Deindustrialisation came to the hinterland of West Bengal decades ago, and has remained, an unwelcome, uneasy settler. Trade unionism, poor management and liberalisation of the economy are some reasons for the death of industries.

The breakdown of the Soviet Union, which had been a major consumer of finished goods from Communist-led Bengal also led to a rapid decline in the fortunes of the mills and factories.

Howrah—once called “Sheffield of the East”—and Hooghly saw rapid growth in jute and cotton mills, and other large-scale industrial projects during the British Raj. After prolonged lock-outs of countless mills, many were taken over by the government and subsequently leased to investors who lacked managerial skills, and were interested in short-term gains. Forced voluntary retirement schemes became the order of the day; many  workers were let go without payment of provident fund, gratuity and other retirement benefits. Mills that still operate hire only daily contractual workers.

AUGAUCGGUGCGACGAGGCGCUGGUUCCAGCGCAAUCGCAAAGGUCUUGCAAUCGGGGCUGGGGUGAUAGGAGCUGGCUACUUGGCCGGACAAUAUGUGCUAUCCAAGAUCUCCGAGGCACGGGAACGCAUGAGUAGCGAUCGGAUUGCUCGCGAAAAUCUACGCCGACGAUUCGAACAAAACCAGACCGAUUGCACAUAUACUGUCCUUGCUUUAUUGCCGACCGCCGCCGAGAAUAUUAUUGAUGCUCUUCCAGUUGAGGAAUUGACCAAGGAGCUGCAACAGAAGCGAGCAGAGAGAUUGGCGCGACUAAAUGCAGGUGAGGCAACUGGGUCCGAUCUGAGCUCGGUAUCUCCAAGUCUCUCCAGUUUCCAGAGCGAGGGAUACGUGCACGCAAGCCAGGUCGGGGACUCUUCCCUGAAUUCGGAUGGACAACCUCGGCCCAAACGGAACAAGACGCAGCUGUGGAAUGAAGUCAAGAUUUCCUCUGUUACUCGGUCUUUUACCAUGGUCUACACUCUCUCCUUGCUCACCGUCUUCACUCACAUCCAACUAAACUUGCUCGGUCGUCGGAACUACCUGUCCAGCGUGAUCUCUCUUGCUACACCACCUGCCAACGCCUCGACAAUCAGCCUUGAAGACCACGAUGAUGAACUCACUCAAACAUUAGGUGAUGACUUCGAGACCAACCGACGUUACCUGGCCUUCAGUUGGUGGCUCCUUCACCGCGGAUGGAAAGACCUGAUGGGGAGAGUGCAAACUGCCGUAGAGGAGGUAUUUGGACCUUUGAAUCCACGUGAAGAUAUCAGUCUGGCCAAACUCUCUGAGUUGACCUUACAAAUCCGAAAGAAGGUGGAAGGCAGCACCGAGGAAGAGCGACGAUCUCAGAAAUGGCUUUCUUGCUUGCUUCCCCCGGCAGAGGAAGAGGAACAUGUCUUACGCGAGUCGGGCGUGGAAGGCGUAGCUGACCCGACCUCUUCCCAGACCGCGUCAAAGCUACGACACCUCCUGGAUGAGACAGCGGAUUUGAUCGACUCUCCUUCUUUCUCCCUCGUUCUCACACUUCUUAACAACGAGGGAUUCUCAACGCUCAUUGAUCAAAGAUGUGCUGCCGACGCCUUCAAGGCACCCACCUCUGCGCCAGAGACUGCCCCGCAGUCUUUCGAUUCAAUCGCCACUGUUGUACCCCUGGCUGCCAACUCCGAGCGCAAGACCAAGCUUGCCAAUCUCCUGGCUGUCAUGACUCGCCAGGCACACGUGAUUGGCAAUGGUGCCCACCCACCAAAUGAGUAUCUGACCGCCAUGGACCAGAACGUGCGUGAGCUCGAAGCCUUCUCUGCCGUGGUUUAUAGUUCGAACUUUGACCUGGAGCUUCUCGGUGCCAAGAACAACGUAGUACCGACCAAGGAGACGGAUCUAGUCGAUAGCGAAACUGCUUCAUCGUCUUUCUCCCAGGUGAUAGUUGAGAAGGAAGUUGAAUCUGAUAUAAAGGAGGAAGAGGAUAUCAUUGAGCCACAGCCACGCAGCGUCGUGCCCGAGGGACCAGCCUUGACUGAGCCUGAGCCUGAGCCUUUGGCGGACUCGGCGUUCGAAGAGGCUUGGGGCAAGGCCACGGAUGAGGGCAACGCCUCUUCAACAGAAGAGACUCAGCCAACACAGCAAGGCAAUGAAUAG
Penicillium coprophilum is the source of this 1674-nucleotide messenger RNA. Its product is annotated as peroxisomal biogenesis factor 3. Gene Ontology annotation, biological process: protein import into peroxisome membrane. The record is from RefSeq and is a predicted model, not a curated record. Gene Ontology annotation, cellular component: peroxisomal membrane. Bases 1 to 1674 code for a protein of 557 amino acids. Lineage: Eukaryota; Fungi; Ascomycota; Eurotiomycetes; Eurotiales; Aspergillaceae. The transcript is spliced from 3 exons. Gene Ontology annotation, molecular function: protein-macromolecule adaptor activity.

The issue of industrialisation in Howrah-Hoogly became a major issue in this year’s general election campaign, with the major political parties BJP, CPM and TMC each promising the reopening of locked-out mills.

Former labourers, clerks and other employees and their families have been the worst hit. Most of them continue to live in quarters or labour lines as they are called, provided by the mills in their heyday. Others live in shanties clustered around the peripheries of the mills. Once a model of a burgeoning industrial society, labour lines are now derelict. The mills are gone, there is no one to renovate them. The common latrines in the shanties overflow into the rooms during the monsoons. With their jobs gone, most former employees now do contract manual labour, often at distant places. 

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Pushpa Sahani, daughter-in-law of Uma Shankar Sahani who worked at Gloster Cables. Families scrape for sustenance as companies repeatedly refuse to return provident and gratuity funds to employees.